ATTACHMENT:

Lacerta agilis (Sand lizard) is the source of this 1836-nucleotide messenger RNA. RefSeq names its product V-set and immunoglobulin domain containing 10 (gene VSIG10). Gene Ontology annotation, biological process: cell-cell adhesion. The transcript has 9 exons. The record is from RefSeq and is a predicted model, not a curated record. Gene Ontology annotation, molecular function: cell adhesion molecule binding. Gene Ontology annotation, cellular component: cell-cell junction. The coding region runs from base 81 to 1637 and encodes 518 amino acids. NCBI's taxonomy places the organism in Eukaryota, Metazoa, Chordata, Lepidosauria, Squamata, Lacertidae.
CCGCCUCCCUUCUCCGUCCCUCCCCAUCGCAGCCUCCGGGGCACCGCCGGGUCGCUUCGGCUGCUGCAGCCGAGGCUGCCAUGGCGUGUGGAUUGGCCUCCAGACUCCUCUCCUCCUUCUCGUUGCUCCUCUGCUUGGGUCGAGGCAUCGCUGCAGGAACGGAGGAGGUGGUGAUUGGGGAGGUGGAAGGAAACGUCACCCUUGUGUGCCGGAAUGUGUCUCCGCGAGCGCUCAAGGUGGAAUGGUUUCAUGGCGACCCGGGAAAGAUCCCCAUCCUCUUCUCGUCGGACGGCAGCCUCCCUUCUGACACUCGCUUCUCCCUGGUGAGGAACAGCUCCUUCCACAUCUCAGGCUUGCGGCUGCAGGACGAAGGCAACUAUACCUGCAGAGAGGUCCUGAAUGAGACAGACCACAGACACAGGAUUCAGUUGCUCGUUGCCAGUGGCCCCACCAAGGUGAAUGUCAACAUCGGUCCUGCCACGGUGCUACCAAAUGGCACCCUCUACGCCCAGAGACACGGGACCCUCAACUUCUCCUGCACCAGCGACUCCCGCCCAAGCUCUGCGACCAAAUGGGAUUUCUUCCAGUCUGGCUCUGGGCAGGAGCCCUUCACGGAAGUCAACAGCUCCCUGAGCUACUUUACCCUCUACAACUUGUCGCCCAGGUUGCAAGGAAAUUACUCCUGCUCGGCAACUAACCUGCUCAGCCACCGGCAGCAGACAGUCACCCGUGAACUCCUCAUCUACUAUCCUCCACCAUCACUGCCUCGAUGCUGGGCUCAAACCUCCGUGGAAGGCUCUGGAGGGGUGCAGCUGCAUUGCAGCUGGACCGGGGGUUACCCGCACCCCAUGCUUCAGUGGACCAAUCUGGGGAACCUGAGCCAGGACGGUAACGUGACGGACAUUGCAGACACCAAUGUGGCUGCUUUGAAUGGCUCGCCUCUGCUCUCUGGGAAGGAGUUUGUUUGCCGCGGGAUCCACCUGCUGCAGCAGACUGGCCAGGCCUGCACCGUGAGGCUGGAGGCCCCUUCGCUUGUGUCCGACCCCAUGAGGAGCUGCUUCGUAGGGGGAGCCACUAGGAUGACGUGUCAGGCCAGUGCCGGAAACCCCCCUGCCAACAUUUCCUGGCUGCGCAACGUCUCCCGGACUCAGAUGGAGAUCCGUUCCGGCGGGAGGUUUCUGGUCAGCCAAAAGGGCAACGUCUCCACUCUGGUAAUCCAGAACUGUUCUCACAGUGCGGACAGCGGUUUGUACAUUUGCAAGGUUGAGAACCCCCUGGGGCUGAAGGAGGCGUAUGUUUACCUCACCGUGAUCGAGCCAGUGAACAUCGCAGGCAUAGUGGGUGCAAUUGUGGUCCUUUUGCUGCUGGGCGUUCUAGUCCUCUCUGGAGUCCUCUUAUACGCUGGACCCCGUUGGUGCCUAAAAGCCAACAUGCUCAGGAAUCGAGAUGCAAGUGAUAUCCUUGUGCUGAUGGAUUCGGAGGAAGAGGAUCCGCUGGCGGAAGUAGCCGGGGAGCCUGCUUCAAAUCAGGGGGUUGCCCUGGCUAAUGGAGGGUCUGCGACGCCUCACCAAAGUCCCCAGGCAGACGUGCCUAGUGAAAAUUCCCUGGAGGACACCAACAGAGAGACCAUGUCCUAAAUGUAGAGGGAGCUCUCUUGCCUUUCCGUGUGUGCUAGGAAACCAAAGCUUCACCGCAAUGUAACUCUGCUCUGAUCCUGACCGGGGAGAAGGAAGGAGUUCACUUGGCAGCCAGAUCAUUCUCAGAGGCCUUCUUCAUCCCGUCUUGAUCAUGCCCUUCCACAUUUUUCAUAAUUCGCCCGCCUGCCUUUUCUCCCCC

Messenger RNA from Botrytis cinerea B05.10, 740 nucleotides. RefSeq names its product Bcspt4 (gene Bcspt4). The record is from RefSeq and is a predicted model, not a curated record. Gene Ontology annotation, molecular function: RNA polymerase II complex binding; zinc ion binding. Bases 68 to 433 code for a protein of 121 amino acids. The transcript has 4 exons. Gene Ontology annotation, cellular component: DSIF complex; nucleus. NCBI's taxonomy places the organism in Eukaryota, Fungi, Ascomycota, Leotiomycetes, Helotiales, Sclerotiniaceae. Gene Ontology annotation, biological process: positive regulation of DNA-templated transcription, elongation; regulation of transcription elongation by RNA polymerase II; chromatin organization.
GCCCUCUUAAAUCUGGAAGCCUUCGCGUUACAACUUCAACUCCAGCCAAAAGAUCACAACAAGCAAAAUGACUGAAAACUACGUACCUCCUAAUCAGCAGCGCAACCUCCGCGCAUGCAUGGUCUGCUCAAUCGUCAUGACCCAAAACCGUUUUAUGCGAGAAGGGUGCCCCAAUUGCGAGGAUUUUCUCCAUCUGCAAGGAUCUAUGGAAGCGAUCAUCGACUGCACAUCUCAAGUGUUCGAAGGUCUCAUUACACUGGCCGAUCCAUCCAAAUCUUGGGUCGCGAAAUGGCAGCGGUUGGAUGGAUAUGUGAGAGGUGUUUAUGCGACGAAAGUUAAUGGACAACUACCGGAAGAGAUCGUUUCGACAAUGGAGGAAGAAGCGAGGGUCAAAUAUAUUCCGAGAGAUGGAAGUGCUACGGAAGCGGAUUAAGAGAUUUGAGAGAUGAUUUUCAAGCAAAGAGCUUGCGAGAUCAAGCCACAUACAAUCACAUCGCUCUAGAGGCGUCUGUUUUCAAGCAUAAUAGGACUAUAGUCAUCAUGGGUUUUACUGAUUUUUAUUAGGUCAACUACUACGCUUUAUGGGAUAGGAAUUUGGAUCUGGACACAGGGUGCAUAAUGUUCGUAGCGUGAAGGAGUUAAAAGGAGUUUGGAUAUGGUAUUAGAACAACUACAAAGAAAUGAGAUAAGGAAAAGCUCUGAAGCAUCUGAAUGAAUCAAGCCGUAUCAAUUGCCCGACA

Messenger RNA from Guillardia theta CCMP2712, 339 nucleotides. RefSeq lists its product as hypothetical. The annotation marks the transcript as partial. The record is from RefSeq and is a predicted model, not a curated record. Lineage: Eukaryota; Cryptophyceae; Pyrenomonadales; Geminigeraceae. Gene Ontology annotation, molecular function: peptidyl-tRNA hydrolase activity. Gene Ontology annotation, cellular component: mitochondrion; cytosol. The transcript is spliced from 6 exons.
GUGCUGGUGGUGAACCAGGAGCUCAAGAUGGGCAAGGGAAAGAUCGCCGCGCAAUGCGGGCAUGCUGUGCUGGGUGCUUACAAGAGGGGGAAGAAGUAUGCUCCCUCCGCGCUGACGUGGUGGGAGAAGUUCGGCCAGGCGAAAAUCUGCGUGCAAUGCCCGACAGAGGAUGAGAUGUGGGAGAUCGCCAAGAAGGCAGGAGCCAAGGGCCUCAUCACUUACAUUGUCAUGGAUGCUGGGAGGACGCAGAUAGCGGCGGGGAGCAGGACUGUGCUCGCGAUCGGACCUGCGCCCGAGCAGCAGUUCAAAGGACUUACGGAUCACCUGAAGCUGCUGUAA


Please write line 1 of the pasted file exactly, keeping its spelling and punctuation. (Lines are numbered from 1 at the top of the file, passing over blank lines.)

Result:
Lacerta agilis (Sand lizard) is the source of this 1836-nucleotide messenger RNA. RefSeq names its product V-set and immunoglobulin domain containing 10 (gene VSIG10). Gene Ontology annotation, biological process: cell-cell adhesion. The transcript has 9 exons. The record is from RefSeq and is a predicted model, not a curated record. Gene Ontology annotation, molecular function: cell adhesion molecule binding. Gene Ontology annotation, cellular component: cell-cell junction. The coding region runs from base 81 to 1637 and encodes 518 amino acids. NCBI's taxonomy places the organism in Eukaryota, Metazoa, Chordata, Lepidosauria, Squamata, Lacertidae.